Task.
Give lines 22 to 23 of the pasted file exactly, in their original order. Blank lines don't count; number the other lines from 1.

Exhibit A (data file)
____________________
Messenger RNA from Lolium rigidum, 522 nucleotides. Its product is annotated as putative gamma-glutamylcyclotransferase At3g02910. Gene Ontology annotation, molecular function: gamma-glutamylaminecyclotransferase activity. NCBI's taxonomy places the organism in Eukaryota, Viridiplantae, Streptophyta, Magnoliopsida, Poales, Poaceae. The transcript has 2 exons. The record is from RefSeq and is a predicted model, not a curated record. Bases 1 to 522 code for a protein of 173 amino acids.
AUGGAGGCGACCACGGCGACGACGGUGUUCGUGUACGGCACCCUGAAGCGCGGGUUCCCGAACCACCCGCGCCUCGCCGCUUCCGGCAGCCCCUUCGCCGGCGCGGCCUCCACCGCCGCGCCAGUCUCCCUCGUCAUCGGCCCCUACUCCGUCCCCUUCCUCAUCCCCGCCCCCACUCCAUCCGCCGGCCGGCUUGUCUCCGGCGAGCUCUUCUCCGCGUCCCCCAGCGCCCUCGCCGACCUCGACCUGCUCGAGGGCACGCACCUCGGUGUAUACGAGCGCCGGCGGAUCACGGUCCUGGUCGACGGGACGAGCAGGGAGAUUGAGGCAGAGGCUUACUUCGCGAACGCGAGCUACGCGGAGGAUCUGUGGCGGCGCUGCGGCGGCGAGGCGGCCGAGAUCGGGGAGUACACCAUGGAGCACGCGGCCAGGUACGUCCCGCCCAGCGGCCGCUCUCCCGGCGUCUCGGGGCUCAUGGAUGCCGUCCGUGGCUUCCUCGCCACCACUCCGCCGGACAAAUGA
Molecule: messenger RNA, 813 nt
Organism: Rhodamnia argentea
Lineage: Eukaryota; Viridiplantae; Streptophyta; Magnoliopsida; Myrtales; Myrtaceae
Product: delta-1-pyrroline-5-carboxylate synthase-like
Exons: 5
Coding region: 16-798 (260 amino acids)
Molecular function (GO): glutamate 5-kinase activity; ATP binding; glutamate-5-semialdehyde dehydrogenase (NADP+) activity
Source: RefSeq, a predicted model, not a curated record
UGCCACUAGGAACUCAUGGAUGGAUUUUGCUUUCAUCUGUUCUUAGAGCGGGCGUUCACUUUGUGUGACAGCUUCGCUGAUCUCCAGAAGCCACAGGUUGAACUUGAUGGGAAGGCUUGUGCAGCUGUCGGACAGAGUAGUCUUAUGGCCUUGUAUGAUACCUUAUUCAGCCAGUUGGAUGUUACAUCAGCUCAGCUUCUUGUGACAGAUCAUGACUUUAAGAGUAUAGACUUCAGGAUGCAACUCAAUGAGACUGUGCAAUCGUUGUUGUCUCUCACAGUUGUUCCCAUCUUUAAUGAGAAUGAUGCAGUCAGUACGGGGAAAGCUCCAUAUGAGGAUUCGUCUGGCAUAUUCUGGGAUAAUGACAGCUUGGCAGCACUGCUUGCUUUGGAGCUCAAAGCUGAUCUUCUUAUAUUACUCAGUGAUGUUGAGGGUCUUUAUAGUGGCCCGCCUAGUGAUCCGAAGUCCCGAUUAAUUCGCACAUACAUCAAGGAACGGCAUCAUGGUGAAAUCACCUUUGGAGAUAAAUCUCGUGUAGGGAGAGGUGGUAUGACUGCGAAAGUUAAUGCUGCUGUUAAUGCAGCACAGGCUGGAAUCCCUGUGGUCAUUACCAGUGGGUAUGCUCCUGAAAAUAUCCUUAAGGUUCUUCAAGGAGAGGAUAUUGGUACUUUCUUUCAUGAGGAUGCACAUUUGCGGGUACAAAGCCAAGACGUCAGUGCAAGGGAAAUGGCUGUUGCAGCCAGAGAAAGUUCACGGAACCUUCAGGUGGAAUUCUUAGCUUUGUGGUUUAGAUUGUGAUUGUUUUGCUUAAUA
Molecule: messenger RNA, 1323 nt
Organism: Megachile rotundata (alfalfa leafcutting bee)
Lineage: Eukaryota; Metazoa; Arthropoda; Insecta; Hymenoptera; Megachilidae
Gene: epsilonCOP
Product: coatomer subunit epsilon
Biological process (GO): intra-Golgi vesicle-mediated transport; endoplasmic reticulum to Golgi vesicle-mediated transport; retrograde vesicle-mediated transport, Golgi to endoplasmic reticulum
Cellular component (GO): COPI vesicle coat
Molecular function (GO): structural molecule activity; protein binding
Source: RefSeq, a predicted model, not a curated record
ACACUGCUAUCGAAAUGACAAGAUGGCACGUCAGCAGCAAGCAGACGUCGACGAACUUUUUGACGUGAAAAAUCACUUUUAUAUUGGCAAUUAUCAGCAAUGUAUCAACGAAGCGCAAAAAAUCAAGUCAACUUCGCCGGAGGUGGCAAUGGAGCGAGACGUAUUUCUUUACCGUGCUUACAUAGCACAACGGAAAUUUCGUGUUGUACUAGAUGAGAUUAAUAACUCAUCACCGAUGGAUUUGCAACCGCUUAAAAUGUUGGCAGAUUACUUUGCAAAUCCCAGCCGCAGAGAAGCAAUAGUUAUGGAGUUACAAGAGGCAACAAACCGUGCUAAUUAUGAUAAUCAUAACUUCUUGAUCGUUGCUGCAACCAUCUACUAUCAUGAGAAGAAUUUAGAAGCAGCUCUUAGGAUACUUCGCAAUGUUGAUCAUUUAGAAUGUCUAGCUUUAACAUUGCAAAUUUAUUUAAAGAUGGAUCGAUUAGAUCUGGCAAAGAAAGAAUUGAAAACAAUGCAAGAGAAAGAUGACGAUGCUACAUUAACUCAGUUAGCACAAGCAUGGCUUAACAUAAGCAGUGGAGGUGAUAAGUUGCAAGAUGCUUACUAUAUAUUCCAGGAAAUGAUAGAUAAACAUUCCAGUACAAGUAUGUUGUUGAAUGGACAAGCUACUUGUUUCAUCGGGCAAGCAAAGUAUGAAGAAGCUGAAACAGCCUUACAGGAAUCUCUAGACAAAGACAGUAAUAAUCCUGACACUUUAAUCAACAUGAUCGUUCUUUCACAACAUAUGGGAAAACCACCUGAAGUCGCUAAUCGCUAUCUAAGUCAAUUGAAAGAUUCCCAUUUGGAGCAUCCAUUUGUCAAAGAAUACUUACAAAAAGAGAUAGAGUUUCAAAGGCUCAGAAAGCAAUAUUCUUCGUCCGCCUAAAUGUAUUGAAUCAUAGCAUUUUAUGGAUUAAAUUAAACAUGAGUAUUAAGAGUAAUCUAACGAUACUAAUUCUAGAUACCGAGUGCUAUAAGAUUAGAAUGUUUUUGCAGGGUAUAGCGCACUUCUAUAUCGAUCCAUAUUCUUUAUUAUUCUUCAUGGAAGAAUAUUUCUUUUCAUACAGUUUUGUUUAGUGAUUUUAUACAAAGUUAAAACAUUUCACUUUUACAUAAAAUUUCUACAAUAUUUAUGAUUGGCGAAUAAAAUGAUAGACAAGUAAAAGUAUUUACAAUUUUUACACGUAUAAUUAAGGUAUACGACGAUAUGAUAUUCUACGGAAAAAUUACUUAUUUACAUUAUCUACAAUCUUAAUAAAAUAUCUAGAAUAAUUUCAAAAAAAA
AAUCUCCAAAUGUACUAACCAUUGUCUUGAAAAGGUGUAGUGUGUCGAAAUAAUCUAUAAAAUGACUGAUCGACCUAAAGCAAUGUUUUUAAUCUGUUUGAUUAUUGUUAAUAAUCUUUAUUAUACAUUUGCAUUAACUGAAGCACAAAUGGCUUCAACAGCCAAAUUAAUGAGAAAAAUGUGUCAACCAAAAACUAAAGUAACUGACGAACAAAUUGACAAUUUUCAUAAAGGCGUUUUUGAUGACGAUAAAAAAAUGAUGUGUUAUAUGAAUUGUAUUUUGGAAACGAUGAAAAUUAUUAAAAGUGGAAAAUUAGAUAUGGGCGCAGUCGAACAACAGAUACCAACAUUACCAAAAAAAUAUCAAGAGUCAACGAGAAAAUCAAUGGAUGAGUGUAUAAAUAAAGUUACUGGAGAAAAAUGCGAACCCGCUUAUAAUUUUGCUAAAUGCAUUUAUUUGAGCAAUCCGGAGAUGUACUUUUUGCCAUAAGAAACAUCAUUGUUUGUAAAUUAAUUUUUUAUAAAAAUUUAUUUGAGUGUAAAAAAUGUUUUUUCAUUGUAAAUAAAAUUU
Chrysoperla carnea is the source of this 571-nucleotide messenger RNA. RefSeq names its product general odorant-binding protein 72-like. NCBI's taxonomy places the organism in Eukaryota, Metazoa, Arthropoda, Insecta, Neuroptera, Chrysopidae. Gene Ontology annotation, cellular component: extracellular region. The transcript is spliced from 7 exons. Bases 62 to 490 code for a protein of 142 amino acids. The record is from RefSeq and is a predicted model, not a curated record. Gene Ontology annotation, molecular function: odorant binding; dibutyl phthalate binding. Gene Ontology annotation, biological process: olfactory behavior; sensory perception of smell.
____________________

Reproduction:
AAUCUCCAAAUGUACUAACCAUUGUCUUGAAAAGGUGUAGUGUGUCGAAAUAAUCUAUAAAAUGACUGAUCGACCUAAAGCAAUGUUUUUAAUCUGUUUGAUUAUUGUUAAUAAUCUUUAUUAUACAUUUGCAUUAACUGAAGCACAAAUGGCUUCAACAGCCAAAUUAAUGAGAAAAAUGUGUCAACCAAAAACUAAAGUAACUGACGAACAAAUUGACAAUUUUCAUAAAGGCGUUUUUGAUGACGAUAAAAAAAUGAUGUGUUAUAUGAAUUGUAUUUUGGAAACGAUGAAAAUUAUUAAAAGUGGAAAAUUAGAUAUGGGCGCAGUCGAACAACAGAUACCAACAUUACCAAAAAAAUAUCAAGAGUCAACGAGAAAAUCAAUGGAUGAGUGUAUAAAUAAAGUUACUGGAGAAAAAUGCGAACCCGCUUAUAAUUUUGCUAAAUGCAUUUAUUUGAGCAAUCCGGAGAUGUACUUUUUGCCAUAAGAAACAUCAUUGUUUGUAAAUUAAUUUUUUAUAAAAAUUUAUUUGAGUGUAAAAAAUGUUUUUUCAUUGUAAAUAAAAUUU
Chrysoperla carnea is the source of this 571-nucleotide messenger RNA. RefSeq names its product general odorant-binding protein 72-like. NCBI's taxonomy places the organism in Eukaryota, Metazoa, Arthropoda, Insecta, Neuroptera, Chrysopidae. Gene Ontology annotation, cellular component: extracellular region. The transcript is spliced from 7 exons. Bases 62 to 490 code for a protein of 142 amino acids. The record is from RefSeq and is a predicted model, not a curated record. Gene Ontology annotation, molecular function: odorant binding; dibutyl phthalate binding. Gene Ontology annotation, biological process: olfactory behavior; sensory perception of smell.